The external labia are also "flaps of skin," which could be affected by disease and infection. It is one of the areas affected by cancer. So should these be removed as well?
I'd like to point out to my readers how the argument that "it could cause problems later on"
only works when addressing the male foreskin.
Continuing with my exchange:
"Males with constricted foreskins have to have the foreskin removed or face serious infections."
Myths repeated here:
- The foreskin is prone to problems
- The problem is usually a constricted foreskin
- All men with constricted foreskins develop problems including serious infections
I keep asking people to look at reality. Because what is that reality? That 70% of all men in the world are intact, and that there simply isn't an epidemic of constricted foreskins and "serious infections."
The fact of the matter is that true phimosis is actually quite rare
, occurring at a rate of about 1%. Some men may have non-retractile foreskins that have nothing to do with phimosis, but the majority of these men live their lives with no problems. Infections, when they occur, can usually be taken care of with conventional medicine, just as they are taken care of in women, when they develop infections.
Some men do need surgery, but these cases are rare. What is the reason for the exaggeration? The person is trying to justify male circumcision. Of course, inner and outer labia have their own problems and diseases they are prone to, and some women must have them removed, but let's not talk about why early removal of them in girls is justified.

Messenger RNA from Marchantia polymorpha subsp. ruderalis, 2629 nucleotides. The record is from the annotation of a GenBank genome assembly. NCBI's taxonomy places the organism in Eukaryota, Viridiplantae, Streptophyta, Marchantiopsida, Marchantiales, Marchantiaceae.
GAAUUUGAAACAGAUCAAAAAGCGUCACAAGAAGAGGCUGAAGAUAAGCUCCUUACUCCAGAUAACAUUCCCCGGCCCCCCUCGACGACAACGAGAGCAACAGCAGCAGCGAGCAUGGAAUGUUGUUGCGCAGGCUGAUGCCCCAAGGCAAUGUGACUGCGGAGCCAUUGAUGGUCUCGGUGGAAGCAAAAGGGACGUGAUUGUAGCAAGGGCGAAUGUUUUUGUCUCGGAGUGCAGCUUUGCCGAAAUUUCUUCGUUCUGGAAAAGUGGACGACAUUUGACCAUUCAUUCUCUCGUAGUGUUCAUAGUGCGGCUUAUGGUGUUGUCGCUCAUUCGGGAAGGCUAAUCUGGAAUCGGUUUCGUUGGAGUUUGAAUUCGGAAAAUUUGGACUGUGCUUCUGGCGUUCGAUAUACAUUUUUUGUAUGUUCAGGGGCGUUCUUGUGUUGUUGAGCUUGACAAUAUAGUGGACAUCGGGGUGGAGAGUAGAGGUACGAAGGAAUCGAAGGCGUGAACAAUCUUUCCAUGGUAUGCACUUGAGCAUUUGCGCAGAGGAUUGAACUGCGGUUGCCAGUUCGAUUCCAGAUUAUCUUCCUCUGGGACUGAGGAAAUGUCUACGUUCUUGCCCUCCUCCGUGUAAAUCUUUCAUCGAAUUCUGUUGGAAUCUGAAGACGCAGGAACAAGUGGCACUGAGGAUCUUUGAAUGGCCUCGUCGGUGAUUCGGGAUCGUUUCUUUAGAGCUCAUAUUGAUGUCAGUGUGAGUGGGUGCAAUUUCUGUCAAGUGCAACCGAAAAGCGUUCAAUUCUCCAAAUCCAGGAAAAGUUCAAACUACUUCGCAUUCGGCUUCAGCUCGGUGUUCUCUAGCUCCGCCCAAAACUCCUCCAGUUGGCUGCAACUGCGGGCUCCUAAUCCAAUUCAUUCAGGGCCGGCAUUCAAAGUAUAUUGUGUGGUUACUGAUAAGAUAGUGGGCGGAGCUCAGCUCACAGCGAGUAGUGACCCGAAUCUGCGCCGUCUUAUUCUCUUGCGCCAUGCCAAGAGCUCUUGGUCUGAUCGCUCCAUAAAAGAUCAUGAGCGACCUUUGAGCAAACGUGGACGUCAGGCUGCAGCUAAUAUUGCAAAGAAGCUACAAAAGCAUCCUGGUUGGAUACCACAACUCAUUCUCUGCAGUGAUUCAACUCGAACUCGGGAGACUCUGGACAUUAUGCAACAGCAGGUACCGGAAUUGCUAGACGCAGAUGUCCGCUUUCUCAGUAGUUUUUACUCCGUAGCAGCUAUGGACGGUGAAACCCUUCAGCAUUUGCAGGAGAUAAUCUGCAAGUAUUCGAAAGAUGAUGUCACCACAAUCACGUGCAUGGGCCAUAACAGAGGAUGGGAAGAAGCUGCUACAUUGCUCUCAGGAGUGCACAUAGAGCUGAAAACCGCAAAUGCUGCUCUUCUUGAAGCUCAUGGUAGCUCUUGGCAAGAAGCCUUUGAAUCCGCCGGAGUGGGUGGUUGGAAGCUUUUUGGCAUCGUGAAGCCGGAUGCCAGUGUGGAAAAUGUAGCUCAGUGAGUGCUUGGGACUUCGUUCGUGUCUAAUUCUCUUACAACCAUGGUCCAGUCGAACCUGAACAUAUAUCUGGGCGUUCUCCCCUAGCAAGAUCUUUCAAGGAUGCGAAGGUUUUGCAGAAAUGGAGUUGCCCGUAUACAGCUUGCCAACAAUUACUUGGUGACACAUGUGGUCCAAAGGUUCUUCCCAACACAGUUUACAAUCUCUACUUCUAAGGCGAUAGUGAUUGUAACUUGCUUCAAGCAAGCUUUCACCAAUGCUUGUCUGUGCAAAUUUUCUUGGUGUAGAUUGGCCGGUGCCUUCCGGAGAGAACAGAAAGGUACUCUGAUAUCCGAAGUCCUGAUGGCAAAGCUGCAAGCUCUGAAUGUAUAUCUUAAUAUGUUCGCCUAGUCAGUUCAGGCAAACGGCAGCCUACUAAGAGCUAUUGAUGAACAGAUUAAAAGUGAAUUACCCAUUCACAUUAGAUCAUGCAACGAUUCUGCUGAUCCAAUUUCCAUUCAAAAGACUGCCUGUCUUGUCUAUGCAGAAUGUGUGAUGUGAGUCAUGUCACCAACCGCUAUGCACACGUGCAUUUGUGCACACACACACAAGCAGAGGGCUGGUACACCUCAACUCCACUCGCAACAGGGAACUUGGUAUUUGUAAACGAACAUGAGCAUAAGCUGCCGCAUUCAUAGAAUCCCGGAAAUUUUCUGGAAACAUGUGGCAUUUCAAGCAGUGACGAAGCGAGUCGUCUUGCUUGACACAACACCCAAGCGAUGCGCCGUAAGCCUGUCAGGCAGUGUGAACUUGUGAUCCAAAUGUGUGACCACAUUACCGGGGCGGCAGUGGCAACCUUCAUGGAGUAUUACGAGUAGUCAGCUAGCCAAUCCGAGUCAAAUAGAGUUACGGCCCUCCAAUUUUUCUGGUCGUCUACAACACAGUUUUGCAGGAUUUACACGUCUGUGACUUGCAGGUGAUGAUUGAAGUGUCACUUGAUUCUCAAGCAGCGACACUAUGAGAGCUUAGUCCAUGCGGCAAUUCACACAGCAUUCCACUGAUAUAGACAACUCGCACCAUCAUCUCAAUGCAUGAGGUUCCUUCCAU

The exchange continues:
"Having the foreskin removed is what male circumcision involves while in female circumcision, they basically cut deep into an area full of nerves and blood vessels, a very horrible, completely barbaric practice that serves no rational purpose. It is only cruel in every way imaginable."
- The foreskin is not an area full of nerves and blood vessels
I want readers to notice how hyperbole is quite justified when speaking out against female circumcision, as is minimization when speaking in favor of male infant circumcision. The opposite is true; any attempt at minimizing FGM is met with hostility, and speaking about any detriment to male infant circumcision is "hyperbole."
Female circumcision is horrible, completely barbaric, serves no rational purpose, and only cruel in every way imaginable. Really? That's not what people who do it think. I hope it's obvious now that the grounds on which female circumcision is attacked, and on which male circumcision is defended is all self-serving special pleading. The conflicting rationale that only works for or against the circumcision of one sex are a necessary result of cognitive dissonance; the mental acrobatics necessary to holding two conflicting thoughts in the mind.
that the most sensitive area on a man's penis is in the transitional region from the external to the internal part of the foreskin, also known as the mucocutaneous junction, and that this is removed by circumcision.
Diagram from Sorrells et al. study on penile sensitivity
Of course, the foreskin is also an area full of nerves and blood vessels, 20,000 nerves to be exact, however, in the mind of the person I'm having this exchange with, it isn't a problem to cut these off in boys.